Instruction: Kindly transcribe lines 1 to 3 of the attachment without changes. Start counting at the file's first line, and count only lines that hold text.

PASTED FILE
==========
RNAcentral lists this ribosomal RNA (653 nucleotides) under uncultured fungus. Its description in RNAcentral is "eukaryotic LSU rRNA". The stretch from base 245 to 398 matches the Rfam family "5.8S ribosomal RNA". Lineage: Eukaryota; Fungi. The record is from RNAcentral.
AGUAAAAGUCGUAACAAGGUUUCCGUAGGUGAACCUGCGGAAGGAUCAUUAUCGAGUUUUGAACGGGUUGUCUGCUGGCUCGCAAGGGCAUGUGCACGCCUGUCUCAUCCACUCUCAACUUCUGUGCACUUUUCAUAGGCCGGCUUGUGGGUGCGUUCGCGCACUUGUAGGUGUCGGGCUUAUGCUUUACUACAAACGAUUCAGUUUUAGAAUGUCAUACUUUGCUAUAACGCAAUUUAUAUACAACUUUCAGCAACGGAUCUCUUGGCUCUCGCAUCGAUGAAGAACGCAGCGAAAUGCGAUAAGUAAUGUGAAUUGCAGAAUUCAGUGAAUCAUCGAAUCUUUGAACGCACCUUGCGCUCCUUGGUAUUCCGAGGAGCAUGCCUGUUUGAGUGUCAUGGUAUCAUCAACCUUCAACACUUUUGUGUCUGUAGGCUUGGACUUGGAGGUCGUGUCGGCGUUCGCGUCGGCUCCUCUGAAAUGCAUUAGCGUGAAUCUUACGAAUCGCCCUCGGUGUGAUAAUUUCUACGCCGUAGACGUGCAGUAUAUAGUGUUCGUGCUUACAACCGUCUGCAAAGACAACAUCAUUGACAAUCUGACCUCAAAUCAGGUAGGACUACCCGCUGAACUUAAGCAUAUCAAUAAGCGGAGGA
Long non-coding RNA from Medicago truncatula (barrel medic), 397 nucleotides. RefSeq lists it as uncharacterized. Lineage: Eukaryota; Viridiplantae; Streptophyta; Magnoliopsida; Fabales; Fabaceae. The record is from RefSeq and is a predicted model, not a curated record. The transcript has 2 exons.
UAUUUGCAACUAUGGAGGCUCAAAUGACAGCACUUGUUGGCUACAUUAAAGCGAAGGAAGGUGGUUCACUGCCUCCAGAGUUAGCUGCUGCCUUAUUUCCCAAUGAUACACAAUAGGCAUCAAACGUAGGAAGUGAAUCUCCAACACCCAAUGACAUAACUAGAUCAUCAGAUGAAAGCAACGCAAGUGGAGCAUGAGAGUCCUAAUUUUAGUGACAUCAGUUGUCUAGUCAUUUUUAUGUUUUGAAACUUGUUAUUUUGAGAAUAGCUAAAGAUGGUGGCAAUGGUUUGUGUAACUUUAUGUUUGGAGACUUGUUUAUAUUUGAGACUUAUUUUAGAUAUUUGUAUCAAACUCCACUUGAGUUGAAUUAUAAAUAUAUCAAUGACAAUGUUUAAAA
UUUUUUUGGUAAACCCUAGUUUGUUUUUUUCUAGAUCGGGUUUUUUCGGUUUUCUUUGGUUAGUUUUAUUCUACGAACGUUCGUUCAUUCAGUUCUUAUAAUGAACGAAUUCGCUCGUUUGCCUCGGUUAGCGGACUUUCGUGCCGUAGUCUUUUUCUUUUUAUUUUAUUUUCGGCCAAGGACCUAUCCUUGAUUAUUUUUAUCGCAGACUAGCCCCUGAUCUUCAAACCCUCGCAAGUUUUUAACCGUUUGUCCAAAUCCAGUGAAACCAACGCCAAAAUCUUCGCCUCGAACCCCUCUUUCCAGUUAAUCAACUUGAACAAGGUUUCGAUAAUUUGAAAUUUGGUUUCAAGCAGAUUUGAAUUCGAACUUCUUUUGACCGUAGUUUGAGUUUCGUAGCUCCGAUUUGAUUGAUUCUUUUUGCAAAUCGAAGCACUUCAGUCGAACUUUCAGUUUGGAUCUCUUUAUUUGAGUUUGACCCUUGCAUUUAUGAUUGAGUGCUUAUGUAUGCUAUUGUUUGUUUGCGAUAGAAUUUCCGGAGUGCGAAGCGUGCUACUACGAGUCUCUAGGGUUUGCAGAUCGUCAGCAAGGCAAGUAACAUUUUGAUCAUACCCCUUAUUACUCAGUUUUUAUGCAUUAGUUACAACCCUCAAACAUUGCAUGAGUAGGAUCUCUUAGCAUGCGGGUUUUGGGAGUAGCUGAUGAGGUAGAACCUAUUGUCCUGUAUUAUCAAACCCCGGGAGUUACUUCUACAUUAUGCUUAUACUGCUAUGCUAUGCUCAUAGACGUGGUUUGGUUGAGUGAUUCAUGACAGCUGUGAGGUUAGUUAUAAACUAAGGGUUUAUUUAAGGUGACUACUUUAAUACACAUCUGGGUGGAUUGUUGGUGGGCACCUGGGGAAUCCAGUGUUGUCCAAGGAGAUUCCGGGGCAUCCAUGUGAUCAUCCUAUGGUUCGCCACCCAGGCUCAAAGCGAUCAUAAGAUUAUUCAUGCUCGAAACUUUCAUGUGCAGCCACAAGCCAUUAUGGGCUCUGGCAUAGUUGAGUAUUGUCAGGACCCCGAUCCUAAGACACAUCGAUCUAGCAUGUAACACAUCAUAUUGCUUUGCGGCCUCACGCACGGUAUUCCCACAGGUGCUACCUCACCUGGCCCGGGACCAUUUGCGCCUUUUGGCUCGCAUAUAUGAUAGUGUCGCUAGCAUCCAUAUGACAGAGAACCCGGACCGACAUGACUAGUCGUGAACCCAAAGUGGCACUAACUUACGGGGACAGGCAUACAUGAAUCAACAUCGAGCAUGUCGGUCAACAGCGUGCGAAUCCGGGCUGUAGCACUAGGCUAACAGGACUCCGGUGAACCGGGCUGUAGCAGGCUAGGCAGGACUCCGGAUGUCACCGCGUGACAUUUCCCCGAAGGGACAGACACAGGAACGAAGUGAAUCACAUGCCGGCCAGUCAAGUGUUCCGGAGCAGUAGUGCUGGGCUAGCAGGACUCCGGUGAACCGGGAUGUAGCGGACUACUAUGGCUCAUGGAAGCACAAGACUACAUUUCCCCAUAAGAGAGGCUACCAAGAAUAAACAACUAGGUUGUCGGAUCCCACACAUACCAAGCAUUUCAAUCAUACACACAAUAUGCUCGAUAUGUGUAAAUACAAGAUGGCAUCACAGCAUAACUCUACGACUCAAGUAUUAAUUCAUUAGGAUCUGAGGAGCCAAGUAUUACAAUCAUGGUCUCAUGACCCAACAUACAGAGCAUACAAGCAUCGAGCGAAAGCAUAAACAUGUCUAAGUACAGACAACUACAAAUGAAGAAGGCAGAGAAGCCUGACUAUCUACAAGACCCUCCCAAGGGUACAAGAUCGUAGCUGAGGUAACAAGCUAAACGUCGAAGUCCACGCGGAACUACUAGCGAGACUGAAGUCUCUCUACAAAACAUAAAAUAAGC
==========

RNAcentral lists this ribosomal RNA (653 nucleotides) under uncultured fungus. Its description in RNAcentral is "eukaryotic LSU rRNA". The stretch from base 245 to 398 matches the Rfam family "5.8S ribosomal RNA". Lineage: Eukaryota; Fungi. The record is from RNAcentral.
AGUAAAAGUCGUAACAAGGUUUCCGUAGGUGAACCUGCGGAAGGAUCAUUAUCGAGUUUUGAACGGGUUGUCUGCUGGCUCGCAAGGGCAUGUGCACGCCUGUCUCAUCCACUCUCAACUUCUGUGCACUUUUCAUAGGCCGGCUUGUGGGUGCGUUCGCGCACUUGUAGGUGUCGGGCUUAUGCUUUACUACAAACGAUUCAGUUUUAGAAUGUCAUACUUUGCUAUAACGCAAUUUAUAUACAACUUUCAGCAACGGAUCUCUUGGCUCUCGCAUCGAUGAAGAACGCAGCGAAAUGCGAUAAGUAAUGUGAAUUGCAGAAUUCAGUGAAUCAUCGAAUCUUUGAACGCACCUUGCGCUCCUUGGUAUUCCGAGGAGCAUGCCUGUUUGAGUGUCAUGGUAUCAUCAACCUUCAACACUUUUGUGUCUGUAGGCUUGGACUUGGAGGUCGUGUCGGCGUUCGCGUCGGCUCCUCUGAAAUGCAUUAGCGUGAAUCUUACGAAUCGCCCUCGGUGUGAUAAUUUCUACGCCGUAGACGUGCAGUAUAUAGUGUUCGUGCUUACAACCGUCUGCAAAGACAACAUCAUUGACAAUCUGACCUCAAAUCAGGUAGGACUACCCGCUGAACUUAAGCAUAUCAAUAAGCGGAGGA
Long non-coding RNA from Medicago truncatula (barrel medic), 397 nucleotides. RefSeq lists it as uncharacterized. Lineage: Eukaryota; Viridiplantae; Streptophyta; Magnoliopsida; Fabales; Fabaceae. The record is from RefSeq and is a predicted model, not a curated record. The transcript has 2 exons.